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On This Day (February 25th)
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Incidents for which we were dispatched (see Note 1)Hide

1906
Fire, Short Mountain Colliery
Detail >>
On the morning of Sunday, February 25, 1906, a fire started in a partition on the second story of the building which housed the Lykens Valley Coal Company's sawmill and machine, carpentry, and blacksmith shops. The watchman, George Ely, did not discover it until it burst out. He went to sound the fire alarm, which was always done by sounding the whistle closest to the scene of a fire, and at 2:10 a.m. the "bull" whistle sounded, followed later by the other whistles at the mines. When he returned from giving the alarm, the entire structure was in flames and it was impossible to save anything. Liberty Hose Company No. 2 responded promptly and both carts were conveyed to the scene of the fire. There was nothing which could be done and the shops were completely destroyed. Damage was $15,000, fully covered by insurance.
1984
Chimney Fire, 634 South Second Street (Box 22-1)

1990
Auto Alarm, Minnich Terrace Apts (Box 23-11)
Detail >>
Company 23, Engine 22, Engine 24, Tanker 24, Tanker 21, and Tanker 26 (in place of the out of service Tanker 22) were dispatched for an automatic fire alarm at the Minnich Terrace Apartments in Wiconisco. Engine 22 responded, and was canceled when Chief 23 on scene confirmed a false trip and placed the box in service.
2007
Medical Assist, 15 South Second Street (Box 22-1)
Detail >>
At the request of EMS, Company 22 was dispatched to assist them with forcible entry to the Rattling Creek Apartments for an unknown medical emergency. Truck 22 responded with a crew of five, and was placed in service by EMS seconds after responding.
Other Local Incidents (see Note 2)Hide


1948
Chimney Fire - Wiconisco, PA
Detail >>
A chimney fire occurred in the home of Miss Erma Kelly in Wiconisco on the morning of Wednesday, February 25, 1948. The Wiconisco fire company responded and used chemicals to extinguish the fire.
1976
Vehicle Accident - Lykens Twp, Dauphin Co, PA
Detail >>
A single vehicle accident occurred around 2:50 p.m. on Wednesday, February 25, 1976, along Route 25, two miles east of Gratz. Alvin Williard, age 64, suffered a heart attack while driving his car west in Lykens Township. The car went out of control, traveled 250 feet off the north side of the road, and landed on its roof in a field.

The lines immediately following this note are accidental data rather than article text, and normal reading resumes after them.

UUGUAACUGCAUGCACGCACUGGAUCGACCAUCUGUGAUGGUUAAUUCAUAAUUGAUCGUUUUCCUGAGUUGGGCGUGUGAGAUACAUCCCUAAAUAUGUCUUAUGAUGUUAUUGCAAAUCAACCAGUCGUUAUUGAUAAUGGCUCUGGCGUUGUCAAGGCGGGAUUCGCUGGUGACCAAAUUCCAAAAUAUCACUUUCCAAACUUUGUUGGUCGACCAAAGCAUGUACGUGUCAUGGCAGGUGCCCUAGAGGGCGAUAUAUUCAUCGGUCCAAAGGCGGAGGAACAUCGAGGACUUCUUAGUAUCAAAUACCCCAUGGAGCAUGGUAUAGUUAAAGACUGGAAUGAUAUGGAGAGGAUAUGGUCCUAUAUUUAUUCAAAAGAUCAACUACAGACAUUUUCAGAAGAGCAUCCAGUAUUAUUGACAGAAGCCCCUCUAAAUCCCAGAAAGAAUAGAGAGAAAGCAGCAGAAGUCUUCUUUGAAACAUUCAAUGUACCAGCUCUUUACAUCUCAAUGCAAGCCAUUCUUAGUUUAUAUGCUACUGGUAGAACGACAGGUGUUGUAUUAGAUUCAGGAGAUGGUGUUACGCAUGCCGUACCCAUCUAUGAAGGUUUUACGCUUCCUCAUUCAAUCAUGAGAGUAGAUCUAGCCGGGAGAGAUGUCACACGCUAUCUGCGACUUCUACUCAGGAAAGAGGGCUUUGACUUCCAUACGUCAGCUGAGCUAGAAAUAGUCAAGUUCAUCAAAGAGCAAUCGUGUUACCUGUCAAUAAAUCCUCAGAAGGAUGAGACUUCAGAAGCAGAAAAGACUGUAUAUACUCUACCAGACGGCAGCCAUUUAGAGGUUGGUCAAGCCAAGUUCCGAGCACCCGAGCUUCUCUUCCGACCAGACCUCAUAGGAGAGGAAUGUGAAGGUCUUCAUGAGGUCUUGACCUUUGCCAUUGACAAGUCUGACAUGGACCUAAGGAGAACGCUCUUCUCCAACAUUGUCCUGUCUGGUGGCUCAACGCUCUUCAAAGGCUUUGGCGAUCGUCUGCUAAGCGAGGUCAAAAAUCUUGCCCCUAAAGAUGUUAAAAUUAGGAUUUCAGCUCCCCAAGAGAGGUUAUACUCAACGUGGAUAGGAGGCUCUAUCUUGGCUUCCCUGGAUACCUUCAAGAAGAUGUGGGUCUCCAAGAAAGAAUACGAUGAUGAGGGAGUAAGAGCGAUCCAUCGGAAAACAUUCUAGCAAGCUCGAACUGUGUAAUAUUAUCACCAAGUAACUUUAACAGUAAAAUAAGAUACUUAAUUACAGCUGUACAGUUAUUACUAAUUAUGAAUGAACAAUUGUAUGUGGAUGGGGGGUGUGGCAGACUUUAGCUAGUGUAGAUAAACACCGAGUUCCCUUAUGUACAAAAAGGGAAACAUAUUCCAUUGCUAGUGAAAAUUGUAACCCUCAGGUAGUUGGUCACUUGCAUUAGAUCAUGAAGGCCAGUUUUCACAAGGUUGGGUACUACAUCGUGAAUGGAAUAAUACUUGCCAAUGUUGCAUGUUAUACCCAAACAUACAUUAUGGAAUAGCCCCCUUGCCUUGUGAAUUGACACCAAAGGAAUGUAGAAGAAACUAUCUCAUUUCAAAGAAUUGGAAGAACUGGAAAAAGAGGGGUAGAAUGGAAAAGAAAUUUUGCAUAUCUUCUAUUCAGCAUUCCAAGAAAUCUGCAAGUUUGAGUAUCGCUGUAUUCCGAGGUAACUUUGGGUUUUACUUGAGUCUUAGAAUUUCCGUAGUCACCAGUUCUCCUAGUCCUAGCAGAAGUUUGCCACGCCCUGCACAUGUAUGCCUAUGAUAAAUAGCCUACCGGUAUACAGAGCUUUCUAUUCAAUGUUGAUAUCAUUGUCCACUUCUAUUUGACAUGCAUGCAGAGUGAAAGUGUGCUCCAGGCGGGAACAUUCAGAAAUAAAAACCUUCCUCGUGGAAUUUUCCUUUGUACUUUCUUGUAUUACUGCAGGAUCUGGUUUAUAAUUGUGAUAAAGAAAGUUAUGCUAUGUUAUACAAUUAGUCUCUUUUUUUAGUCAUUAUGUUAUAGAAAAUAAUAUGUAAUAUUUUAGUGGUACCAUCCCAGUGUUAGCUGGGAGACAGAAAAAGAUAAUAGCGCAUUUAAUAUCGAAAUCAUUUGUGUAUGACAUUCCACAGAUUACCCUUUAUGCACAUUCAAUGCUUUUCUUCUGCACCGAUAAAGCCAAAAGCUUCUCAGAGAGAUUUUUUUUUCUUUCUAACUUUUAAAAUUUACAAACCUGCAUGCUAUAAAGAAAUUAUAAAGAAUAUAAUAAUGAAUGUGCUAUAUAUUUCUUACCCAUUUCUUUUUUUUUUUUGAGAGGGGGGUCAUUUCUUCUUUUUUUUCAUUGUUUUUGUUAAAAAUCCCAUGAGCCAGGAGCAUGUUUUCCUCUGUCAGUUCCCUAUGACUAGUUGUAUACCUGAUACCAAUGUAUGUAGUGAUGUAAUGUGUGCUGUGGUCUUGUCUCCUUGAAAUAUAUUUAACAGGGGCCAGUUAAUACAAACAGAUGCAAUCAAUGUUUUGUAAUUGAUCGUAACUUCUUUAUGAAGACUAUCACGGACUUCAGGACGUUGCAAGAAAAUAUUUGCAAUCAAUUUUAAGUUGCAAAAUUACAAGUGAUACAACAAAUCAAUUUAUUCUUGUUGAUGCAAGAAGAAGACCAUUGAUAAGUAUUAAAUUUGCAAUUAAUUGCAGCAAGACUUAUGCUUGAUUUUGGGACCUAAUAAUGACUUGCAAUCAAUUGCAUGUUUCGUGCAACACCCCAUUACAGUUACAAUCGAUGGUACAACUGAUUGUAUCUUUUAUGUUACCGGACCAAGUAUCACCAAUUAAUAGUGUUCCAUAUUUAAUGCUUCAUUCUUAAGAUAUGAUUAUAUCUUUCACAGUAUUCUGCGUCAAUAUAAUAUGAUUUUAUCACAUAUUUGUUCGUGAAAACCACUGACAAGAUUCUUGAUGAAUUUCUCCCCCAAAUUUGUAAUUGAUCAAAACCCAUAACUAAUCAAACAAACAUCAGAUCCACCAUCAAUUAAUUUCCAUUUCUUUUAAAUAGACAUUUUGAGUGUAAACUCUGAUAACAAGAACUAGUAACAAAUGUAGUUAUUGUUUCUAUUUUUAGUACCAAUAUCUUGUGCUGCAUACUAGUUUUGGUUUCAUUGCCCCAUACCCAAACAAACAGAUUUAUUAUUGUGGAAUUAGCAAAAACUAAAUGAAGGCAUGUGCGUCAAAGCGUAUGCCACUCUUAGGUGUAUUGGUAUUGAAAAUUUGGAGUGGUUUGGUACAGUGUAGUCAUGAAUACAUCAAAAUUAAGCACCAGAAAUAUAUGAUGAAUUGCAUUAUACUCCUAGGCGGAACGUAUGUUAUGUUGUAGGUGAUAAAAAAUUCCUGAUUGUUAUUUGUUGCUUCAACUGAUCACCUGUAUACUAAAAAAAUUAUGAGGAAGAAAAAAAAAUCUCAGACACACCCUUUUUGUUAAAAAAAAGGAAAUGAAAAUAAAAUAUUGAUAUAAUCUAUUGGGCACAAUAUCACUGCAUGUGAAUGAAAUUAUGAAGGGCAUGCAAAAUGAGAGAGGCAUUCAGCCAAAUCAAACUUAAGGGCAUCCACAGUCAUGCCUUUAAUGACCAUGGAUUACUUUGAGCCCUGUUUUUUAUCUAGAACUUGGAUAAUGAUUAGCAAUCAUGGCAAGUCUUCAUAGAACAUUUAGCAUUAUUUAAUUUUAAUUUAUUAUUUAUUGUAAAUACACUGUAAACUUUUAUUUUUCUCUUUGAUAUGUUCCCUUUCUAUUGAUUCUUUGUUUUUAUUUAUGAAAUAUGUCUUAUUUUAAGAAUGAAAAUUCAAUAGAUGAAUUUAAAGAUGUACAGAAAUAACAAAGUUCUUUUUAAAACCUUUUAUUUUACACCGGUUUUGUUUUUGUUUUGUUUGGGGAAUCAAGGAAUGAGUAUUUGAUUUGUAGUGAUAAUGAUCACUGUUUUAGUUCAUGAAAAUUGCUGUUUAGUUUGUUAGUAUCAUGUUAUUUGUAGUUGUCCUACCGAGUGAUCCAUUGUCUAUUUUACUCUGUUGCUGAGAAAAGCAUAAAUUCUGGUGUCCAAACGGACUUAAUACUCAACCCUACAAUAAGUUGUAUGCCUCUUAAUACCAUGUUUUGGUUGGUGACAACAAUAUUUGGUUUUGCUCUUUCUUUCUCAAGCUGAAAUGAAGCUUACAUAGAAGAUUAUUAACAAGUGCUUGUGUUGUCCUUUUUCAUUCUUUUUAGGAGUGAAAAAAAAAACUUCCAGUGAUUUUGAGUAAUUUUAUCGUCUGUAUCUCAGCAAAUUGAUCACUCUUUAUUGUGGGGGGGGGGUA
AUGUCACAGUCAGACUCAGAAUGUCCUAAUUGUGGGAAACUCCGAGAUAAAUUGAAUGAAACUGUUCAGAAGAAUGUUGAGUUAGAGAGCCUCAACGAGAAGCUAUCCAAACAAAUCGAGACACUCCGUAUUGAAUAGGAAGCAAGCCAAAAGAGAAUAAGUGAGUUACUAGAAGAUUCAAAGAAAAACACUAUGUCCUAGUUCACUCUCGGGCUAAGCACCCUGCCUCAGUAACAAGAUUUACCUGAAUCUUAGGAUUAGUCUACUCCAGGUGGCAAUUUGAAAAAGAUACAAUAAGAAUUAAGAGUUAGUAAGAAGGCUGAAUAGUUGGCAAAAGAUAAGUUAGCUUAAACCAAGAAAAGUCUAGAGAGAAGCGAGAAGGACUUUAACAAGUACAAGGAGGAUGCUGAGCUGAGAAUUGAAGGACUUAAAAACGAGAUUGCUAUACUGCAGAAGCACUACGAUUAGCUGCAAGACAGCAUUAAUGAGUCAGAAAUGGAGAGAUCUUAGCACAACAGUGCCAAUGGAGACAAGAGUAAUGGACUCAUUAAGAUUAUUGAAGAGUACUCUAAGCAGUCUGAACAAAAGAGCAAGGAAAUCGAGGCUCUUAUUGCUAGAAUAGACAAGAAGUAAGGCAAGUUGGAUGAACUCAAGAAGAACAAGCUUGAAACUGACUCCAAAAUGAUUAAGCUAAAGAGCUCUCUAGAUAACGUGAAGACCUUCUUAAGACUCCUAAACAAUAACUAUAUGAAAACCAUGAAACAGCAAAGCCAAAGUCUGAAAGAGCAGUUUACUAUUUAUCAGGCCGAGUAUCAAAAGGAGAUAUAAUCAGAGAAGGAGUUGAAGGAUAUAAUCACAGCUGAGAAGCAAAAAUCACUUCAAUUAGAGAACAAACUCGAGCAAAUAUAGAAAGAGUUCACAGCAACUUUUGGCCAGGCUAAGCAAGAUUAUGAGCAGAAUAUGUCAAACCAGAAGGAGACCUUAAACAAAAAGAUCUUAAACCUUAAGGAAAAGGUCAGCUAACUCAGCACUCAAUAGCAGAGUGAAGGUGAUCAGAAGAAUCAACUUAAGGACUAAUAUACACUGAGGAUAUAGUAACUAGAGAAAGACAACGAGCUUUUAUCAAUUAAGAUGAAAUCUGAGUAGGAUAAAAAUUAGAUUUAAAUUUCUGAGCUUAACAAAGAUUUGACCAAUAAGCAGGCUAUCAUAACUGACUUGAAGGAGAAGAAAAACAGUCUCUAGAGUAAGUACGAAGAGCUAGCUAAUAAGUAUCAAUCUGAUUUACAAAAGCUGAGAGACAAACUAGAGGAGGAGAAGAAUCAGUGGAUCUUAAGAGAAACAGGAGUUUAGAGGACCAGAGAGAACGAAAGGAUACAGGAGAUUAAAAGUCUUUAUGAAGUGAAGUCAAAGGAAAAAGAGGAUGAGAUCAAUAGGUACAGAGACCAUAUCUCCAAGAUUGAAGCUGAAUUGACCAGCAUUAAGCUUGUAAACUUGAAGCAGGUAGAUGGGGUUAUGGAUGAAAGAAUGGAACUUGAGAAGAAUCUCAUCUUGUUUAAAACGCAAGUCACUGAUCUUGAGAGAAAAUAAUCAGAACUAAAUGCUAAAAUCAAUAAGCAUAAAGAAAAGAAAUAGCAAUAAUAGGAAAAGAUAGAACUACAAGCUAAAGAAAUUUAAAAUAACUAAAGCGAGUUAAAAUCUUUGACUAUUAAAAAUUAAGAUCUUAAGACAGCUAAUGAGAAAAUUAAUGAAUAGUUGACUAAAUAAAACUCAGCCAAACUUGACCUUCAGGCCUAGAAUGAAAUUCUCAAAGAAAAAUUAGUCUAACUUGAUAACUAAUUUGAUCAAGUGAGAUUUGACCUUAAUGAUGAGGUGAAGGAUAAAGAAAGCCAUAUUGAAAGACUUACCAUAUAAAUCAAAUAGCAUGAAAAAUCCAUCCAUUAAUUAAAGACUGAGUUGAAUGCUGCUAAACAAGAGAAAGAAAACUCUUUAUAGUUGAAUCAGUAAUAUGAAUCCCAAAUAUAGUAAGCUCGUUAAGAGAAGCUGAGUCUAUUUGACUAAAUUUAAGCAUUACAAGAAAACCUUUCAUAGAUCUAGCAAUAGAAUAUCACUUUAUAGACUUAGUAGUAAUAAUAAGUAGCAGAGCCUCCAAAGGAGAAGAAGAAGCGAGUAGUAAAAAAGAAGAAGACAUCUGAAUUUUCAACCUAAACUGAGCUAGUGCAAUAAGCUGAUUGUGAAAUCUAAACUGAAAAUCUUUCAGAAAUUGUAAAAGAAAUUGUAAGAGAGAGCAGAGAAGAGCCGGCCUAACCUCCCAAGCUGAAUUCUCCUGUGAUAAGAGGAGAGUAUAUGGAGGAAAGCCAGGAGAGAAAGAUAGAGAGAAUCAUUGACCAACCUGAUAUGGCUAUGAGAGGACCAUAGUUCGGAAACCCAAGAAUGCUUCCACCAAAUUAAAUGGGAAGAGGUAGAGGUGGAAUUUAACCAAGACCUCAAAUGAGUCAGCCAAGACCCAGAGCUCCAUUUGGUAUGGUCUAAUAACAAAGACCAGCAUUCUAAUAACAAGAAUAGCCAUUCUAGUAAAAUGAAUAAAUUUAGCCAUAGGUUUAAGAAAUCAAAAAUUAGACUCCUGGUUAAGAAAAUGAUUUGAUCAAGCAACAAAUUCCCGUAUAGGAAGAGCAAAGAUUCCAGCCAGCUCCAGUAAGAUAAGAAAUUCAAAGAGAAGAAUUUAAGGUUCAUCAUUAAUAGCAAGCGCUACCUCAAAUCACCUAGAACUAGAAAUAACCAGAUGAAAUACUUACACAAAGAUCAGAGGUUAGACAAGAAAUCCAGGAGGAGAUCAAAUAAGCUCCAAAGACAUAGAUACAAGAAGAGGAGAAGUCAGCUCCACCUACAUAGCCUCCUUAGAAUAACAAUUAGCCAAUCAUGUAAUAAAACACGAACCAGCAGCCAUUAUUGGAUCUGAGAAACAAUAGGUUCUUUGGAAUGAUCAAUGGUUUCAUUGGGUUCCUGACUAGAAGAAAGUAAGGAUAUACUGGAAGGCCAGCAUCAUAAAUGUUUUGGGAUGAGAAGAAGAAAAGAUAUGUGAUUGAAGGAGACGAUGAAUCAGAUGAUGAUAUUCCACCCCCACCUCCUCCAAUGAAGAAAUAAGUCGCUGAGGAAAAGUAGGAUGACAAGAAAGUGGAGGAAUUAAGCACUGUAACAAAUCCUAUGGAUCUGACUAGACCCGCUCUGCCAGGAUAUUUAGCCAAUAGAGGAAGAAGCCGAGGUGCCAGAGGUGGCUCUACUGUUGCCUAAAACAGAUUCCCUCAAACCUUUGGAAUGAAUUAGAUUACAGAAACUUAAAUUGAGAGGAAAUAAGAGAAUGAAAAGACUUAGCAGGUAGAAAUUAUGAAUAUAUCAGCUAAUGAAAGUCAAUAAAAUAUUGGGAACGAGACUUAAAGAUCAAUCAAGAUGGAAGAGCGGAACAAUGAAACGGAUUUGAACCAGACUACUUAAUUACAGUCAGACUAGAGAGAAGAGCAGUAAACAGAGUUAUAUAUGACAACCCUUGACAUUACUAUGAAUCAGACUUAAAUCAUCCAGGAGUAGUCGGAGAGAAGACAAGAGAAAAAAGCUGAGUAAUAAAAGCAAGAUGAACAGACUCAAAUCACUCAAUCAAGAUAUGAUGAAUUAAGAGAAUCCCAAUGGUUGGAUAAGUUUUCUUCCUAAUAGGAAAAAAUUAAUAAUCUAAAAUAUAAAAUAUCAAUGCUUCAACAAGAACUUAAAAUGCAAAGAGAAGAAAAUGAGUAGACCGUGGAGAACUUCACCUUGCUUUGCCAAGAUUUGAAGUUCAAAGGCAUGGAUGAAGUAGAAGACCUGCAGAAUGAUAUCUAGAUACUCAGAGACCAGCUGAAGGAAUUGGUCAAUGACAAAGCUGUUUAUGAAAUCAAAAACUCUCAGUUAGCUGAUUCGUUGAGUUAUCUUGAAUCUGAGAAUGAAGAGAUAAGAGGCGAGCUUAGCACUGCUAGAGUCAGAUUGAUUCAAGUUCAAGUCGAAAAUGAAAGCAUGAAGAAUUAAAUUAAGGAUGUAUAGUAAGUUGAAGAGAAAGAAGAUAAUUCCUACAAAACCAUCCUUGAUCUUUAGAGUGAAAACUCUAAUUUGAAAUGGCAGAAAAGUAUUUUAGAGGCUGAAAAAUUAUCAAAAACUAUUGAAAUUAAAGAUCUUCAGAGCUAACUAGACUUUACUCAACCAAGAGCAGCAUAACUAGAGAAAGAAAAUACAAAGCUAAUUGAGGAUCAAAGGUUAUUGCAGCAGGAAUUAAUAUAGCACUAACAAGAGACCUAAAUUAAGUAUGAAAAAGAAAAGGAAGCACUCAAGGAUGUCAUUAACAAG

Other Noteworthy Incidents/Events (see Note 3)Hide


1676
Weymouth Attacked by Indians - Weymouth, MA
Detail >>
The Indians assaulted the town of Weymouth, Massachusetts, and burned several houses and barns on February 25, 1676.
1880
Parliament Building Fire - Fredericton, New Brunswick, Canada
Detail >>
The Parliament buildings in Fredericton, New Brunswick, Canada, caught fire on February 25, 1880. The fire started at 10.30 p.m. in the Legislative Library, situated in the "L", and quickly spread to the Legislative Council Chamber. The first people on the scene were the members of the Government, who were in session in the Council Chamber in the next building. It was a half hour before the fire engines arrived, but the fire was checked somewhat by snow being thrown on it. In the meantime, people broke open the windows of the library and its valuable books were carried to safety. When the steamers arrived, the roof inside the building was in flames. The Supreme Court room was also in the building, and most of the furnishings of the Judges' chambers were destroyed. When the fire was extinguished between 2 and 3 o'clock the next morning, the "L" had been burned down, and the main building, in which was the House of Assembly, had been seriously damaged. The building was an old, unpretentious, two-story wooden structure. The fire seemed to have originated in a partition which separated the inner room of the Legislative Library from the members' room. It probably caught fire from a stove. There was a theory of arson, which had credence because of the fact that there was arguments over the erection of new Legislative buildings and destruction of the old ones - thought that it would render the building of a new structure inevitable.